U.S. Food and Drug Administration has approved Stivarga (regorafenib) tablets for the treatment of patients suffering from metastatic colorectal cancer (mCRC) who were unable to get significant relief from currently available therapies (including fluoropyrimidine-, oxaliplatin- and irinotecan-based chemotherapy, an anti-VEGF therapy, and, if KRAS wild type, an anti-EGFR therapy) as announced by Bayer HealthCare (BYR.L, BAYRY.PK, BAYZF.PK) and Onyx Pharmaceuticals Inc.
Colon and rectum cancer is the third most common type of cancer in USA. It is estimated that approximately 140,000 men and women are being affected by colon and rectum cancer each year according to the American Cancer Society.
“Stivarga is the latest colorectal cancer treatment to demonstrate an ability to extend patients’ lives and is the second drug approved for patients with colorectal cancer in the past two months,” Richard Pazdur, director of the Office of Hematology and Oncology Products in FDA’s Center for Drug Evaluation and Research, said in the statement.
The estimated sale of Stivarga in 2016 may be $536 million for Bayer and $251 million for Onyx according to the analysis made by Bloomberg.
This approval granted by FDA is based on pivotal Phase III study (CORRECT) that has shown significant improvement in overall survival rate (OS) and progression-free survival (PFS) in comparison to placebo.
“The approval of regorafenib adds to the treatments we have for metastatic colorectal cancer, which is important for those patients who have no further options,” said Heinz-Josef Lenz, MD, FACP, CORRECT investigator and associate director for clinical research and co-leader of the Gastrointestinal Cancers Program at the USC Norris Comprehensive Cancer Center. “The drug has been shown to prolong survival and slow the progression of cancer in patients whose disease has progressed after treatment with currently available therapies. It provides patients another avenue to fight this cancer.”
The most frequent side effects of Stivarga include loss of appitite and food intake, asthenia, hand-foot-skin reactions, diarrhea, weight loss, infection, dysphonia and hypertension. It may cause some serious side effects such as gastrointestinal perforation, hepatotoxiciy and hemorrhage.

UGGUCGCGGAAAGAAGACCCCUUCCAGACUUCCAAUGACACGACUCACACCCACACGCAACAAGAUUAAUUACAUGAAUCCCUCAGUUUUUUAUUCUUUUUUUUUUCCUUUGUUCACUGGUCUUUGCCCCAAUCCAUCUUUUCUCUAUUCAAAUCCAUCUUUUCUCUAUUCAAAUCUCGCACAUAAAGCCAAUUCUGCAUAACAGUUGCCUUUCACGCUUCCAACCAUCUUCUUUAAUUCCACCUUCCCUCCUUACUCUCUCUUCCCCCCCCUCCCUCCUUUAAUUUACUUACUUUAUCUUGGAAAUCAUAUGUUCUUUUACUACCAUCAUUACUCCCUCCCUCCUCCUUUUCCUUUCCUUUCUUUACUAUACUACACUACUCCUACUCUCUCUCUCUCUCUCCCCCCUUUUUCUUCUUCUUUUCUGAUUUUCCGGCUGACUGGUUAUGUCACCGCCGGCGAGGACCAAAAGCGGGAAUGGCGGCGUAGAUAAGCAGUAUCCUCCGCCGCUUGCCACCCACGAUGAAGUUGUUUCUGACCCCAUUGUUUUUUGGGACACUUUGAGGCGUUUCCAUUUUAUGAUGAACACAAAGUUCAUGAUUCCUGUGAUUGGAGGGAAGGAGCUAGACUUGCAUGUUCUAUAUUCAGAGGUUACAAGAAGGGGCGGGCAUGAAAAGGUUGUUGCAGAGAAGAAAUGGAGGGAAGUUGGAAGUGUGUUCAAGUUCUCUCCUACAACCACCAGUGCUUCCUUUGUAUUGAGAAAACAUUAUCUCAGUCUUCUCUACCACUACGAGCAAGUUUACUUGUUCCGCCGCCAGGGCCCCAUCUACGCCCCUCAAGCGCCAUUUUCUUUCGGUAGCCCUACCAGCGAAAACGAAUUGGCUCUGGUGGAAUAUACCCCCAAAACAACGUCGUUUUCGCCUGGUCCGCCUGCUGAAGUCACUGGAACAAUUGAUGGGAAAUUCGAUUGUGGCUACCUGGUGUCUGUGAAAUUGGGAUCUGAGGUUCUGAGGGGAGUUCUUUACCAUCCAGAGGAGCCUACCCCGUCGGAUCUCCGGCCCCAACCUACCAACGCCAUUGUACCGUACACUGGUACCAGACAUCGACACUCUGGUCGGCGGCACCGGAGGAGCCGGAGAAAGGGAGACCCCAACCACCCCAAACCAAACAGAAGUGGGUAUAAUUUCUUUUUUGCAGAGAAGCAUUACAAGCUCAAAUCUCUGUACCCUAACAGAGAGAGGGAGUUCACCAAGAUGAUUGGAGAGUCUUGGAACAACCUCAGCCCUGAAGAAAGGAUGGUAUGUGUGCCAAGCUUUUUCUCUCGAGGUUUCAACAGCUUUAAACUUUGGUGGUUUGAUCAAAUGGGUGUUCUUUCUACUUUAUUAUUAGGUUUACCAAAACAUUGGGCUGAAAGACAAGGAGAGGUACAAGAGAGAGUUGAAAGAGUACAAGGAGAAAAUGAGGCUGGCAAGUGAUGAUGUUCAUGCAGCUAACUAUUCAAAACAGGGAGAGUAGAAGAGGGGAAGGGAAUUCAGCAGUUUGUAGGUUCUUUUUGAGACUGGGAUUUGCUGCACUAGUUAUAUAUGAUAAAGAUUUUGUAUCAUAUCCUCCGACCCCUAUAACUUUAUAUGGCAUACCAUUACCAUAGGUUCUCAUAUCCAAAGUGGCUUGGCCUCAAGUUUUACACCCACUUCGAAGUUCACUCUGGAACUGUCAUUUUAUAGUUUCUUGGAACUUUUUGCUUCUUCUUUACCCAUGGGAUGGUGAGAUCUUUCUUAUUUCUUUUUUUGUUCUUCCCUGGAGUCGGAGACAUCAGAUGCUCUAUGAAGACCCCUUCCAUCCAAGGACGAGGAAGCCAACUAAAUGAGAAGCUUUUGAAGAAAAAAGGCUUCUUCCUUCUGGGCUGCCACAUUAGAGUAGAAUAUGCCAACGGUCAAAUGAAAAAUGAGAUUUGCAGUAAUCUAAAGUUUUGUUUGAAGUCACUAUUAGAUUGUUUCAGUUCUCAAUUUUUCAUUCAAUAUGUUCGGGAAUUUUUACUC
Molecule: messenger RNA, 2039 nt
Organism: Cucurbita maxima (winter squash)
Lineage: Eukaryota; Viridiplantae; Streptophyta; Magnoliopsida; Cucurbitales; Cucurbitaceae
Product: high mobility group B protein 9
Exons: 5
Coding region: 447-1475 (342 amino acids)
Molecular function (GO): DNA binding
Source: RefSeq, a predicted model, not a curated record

“The approval of Stivarga reflects Bayer’s commitment to confronting the challenges of difficult-to-treat cancers,” said Pamela A. Cyrus, MD, Vice President and Head of U.S. Medical Affairs, Bayer HealthCare Pharmaceuticals. “Patients with metastatic colorectal cancer whose disease has returned after treatment will now have a new option that has been shown to prolong survival and keep the cancer from progressing.”
Stivarga is an inhibitor of multi-kinases that are necessary for the growth and progression of tumor. Oncogenesis, tumor microenvironment, and angiogenesis. It can also inhibit ngiogenic VEGF receptor tyrosine kinases that cause tumor neoangiogenesis (the growth of new blood vessels).
Get full prescribing information of Stivarga here.
Source: Onyx Pharmaceuticals, Inc
- STIVARGA Prescribing Information. September 2012
- Grothey, A., et al. Results of a randomized Phase 3 trial (CORRECT) of regorafenib plus best supportive care (BSC) versus placebo plus BSC in patients with mCRC who have progressed after standard therapies [January 17, 2012 ASCO-GI Presscast Presentation]. 2012 Gastrointestinal Cancers Symposium; January 19-21, 2012. San Francisco, CA.
- Van Cutsem, E., et al. Phase III CORRECT trial of regorafenib in metastatic colorectal cancer (mCRC) [Presentation]. 2012 American Society of Clinical Oncology; June 1-5, 2012. Chicago, IL.
- American Cancer Society. Colorectal Cancer. Available at: http://www.cancer.org/Cancer/ColonandRectumCancer/DetailedGuide/colorectal-cancer-key-statistics. Accessed on August 3, 2012.
- National Cancer Institute. Colon Cancer Treatment. Available at: http://www.cancer.gov/cancertopics/pdq/treatment/colon/HealthProfessional/page9. Accessed on August 3, 2012.
- Genetics Home Reference (A Service of the U.S. National Library of Medicine). Gene Summary on the KRAS Gene. Available at: http://ghr.nlm.nih.gov/gene/KRAS. Accessed on May 18, 2012.
- National Comprehensive Cancer Network. NCCN Clinical Practice Guidelines in Oncology (NCCN Guidelines) Colon Cancer. Version 3.2012.
Copyright 2012 Medimoon.com. All rights reserved. No part of this site can be reproduced without our written permission.